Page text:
The fact that you are simultaneously telling everyone who could give him a recommendation or a boost in his professional life that they shouldn’t recommend him or renew contracts with him is just gravy.

Let him know who’s bankrolling this. Let him know he can’t win. Make it clear that there is no money to be had in releasing the video, ever. Remove everything he relied on in his past. Force him to make contact because if he doesn’t, he’ll never have anything good in his life again.

Do I have to go on? That’s about fifteen minutes of brainstorming on my part. Take three hours and a full legal team and George Wickham’s life would be full of so much hell he wouldn’t even know what hit him.

That’s what it means to think like a lawyer—to make a list of all Wickham’s resources, and to knock every single one of them out before he can go to them.

I haven’t even gotten into questions like filing suit against him on ancillary matters unrelated to the videotape (I’m sure you can find something) just so that you can get court orders to freeze his assets, or putting pressure on the prosecution to take him down.

Of course, you don’t start out full bore. You give him a chance. You tell him what’s coming. You suggest that he contact you, and you up the stakes every day when he doesn’t. And you make it 100% clear to him in all correspondence that if he releases the sex tape in the wild, he has just lost the only hint of negotiating power that he has, and that at that point it will be a no-holds-barred drag to the finish line. Remind him that if he goes scorched earth, he’s standing there holding a single match, and you have a phalanx of flamethrowers.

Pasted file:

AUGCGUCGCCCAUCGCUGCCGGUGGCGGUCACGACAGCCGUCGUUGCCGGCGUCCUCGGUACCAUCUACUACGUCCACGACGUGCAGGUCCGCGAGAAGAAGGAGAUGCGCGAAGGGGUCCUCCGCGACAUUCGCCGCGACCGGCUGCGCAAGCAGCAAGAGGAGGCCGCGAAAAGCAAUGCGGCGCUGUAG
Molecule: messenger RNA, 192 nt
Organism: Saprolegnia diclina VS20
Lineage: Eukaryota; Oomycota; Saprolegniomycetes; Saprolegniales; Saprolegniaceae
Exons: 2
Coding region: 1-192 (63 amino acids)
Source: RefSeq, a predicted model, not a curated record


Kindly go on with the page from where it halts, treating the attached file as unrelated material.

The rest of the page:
So there you are, folks. That’s a short run down of how lawyers can ruin someone’s life without ever filing a lawsuit.

More importantly, this is what it means to be an elite in our world: that if you want to break someone who has close to nothing, it’s as simple as outspending them 100 to 1.

Darcy was right. Social class is a real thing, and nowhere is that more apparent than the law.

If you really think that Wickham has an equal chance in a courtroom against Darcy, you are fooling yourself about our legal system. Wickham cannot afford a lawyer. This is a civil matter, so he won’t be granted one by the courts, and he’s unsympathetic enough that he’s not going to find someone to take him on pro bono. While Wickham is trying to figure out what a cause of action is, Darcy will be burying him on discovery.

Lawyers are great at scorching earth, and when you’re George Wickham, you don’t have a lot of earth of your own. You can’t afford to let any of it burn.

By the way, all of this should trouble you. It troubles me. Someone with money can ruin your life tomorrow, and not even break the law when they do it. And there’s very, very little that you can do in response. Is this a good thing about our legal system? No. It’s awful. It’s legitimately awful. If you have enough money and the right connections, and you don’t mind setting a match to your money, you can burn anyone’s life to the ground, so long as they’re poor and don’t know much of anyone.

It wouldn’t take more than 100k.